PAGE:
I recently read a book about big data called Uncharted: Big Data as a Lens on Human Culture by Erez Aiden and Jean-Baptiste Michel. The book details the creation and potential uses of an algorithm the authors created to determine the frequency of particular words occurring in books over the last few hundred years. Although the book had plenty of diversions and digressions, it did make the point that big data can be used to determine certain trends from world history. Here is a chart I created, for example, that records the frequency of appearance (and allegedly, correlational popularity) of particular artists: Monet, Manet, Bouguereau, Renoir and DaVinci. There are some major problems with how these charts work, most glaringly the fact that authors may refer to Monet as Claude Monet, while referring to Leonardo DaVinci as simply DaVinci. There is no way to correct for this. However, if we can assume that the likelihood of using an artists full name is equivalent and independent of historical period and the particular artist, this chart is of some use and interest:
Monet fought his way (mostly post-humously) from Paris salon outcast to archetype of painter in the western imagination. This happened just after oil painters like William Adolphe Bouguereau achieved a technical mastery that sucked some of the soul out of representational oil painting, and during (not coincidentally in my opinion) the advent of photography. This makes me wonder if there might be some larger sociological effect that we might apply to other forms of media to make predictions about the legacies of particular artists? Perhaps we can look at artists operating with incredibly high technological precision, and then at alternative approaches by their contemporaries.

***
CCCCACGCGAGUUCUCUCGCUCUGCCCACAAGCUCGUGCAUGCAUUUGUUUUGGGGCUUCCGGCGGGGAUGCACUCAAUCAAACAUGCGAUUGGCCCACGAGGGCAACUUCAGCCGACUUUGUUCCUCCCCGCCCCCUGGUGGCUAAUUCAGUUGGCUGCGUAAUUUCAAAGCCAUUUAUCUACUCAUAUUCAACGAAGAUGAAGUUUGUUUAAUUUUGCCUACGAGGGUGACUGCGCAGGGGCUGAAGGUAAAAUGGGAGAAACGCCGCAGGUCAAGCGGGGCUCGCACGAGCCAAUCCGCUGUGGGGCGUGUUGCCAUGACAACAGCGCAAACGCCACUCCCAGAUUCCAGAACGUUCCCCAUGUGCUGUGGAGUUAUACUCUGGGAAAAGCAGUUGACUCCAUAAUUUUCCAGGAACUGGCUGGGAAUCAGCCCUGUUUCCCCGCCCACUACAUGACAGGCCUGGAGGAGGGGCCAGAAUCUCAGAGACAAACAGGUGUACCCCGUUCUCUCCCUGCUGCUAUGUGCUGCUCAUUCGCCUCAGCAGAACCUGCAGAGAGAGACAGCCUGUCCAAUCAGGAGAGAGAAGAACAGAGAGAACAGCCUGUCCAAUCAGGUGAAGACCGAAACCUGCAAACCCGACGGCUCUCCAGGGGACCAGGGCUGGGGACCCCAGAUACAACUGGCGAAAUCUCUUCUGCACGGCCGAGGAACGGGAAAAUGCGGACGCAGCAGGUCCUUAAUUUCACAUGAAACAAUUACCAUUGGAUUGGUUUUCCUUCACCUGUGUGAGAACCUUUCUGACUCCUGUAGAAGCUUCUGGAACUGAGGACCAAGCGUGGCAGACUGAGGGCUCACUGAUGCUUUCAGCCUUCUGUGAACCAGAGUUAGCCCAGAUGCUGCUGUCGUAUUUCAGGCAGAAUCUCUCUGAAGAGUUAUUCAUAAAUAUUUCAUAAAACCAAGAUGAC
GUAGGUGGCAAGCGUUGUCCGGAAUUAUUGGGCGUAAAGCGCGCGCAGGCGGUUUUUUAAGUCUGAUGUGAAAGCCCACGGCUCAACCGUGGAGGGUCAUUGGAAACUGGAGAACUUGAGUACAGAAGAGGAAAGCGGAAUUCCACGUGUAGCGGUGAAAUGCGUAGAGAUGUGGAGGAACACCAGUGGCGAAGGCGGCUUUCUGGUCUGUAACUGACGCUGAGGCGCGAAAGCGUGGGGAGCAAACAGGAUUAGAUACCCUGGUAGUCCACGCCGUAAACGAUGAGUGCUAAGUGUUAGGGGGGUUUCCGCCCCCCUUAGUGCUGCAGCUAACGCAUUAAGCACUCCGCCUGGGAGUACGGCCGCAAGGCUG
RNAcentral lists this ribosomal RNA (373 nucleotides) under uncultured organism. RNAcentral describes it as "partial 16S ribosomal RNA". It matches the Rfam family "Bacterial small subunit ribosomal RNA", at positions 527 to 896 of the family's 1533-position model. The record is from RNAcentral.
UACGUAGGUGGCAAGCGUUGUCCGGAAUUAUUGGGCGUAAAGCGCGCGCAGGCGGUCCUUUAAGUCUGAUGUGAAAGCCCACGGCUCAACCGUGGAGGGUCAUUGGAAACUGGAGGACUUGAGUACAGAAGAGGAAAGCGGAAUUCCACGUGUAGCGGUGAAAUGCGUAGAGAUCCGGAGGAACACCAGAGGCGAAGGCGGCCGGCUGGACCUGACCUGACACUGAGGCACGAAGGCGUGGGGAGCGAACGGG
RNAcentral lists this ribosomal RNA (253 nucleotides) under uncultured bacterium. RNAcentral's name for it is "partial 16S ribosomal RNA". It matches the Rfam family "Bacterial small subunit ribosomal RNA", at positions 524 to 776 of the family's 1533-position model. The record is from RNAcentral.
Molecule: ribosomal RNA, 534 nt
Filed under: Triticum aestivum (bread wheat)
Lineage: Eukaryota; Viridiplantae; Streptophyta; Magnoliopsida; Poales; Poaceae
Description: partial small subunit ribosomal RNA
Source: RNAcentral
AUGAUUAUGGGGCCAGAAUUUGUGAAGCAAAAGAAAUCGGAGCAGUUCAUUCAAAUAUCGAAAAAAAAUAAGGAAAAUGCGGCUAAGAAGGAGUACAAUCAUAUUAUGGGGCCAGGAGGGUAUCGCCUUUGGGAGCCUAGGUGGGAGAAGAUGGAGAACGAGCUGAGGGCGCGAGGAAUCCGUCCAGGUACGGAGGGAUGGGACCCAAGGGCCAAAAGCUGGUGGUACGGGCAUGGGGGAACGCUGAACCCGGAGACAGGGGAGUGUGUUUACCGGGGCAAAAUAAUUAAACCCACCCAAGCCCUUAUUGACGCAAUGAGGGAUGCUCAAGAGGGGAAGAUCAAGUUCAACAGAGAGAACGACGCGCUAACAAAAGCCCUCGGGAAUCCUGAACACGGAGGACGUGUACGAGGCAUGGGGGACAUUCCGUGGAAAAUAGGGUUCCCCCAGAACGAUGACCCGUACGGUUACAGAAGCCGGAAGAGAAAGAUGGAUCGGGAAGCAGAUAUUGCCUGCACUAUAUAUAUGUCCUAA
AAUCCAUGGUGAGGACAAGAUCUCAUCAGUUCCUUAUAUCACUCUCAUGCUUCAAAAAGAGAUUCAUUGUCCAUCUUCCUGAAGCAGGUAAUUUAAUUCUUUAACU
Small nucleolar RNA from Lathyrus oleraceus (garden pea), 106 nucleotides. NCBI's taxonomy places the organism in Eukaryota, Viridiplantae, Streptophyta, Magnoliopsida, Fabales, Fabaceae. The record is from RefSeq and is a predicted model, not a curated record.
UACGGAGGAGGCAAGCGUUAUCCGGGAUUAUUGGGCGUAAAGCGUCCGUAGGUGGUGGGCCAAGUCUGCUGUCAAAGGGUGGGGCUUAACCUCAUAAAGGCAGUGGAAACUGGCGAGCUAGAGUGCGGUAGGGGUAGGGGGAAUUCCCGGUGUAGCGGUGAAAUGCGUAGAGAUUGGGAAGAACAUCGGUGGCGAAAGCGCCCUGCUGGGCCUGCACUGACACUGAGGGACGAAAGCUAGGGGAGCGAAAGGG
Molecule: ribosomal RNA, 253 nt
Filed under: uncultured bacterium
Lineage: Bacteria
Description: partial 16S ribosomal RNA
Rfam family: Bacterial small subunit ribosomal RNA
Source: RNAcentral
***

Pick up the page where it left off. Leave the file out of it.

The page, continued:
For example, I believe we have just had the good fortune to live through the golden age of western popular music, and we are now experiencing a moment of uncertain consensus regarding the cultural memory of particular bands and performers. Recording engineers and software have achieved sonic mastery–frequency curve perfection. Again, this may mean the media has been essentially exhausted of possibility and will be pushed to the margins, in the way representational oil painting was pushed to the margins by photography, film, et cetera. I think we can assume that the sonically perfect but emotionally vapid music of the early 2000’s will be remembered like the paintings of Bouguereau, while the sonically and conceptually hazy works of The Beatles and Nirvana will endure.
While I’m not a technological determinist (and I know this is too teleological) I have begun to think pretty broadly about media technology, and it’s hard not no notice patterns. Perhaps Hollywood is next? Hmm…those superhero movies look pretty amazing! Just as buzz about virtual reality is growing…
You can make your own chart (and your own predictions) here.
For a quick overview about Monet, Bouguereau, aesthetics and popular taste check out this post by Rachel Van Wylen.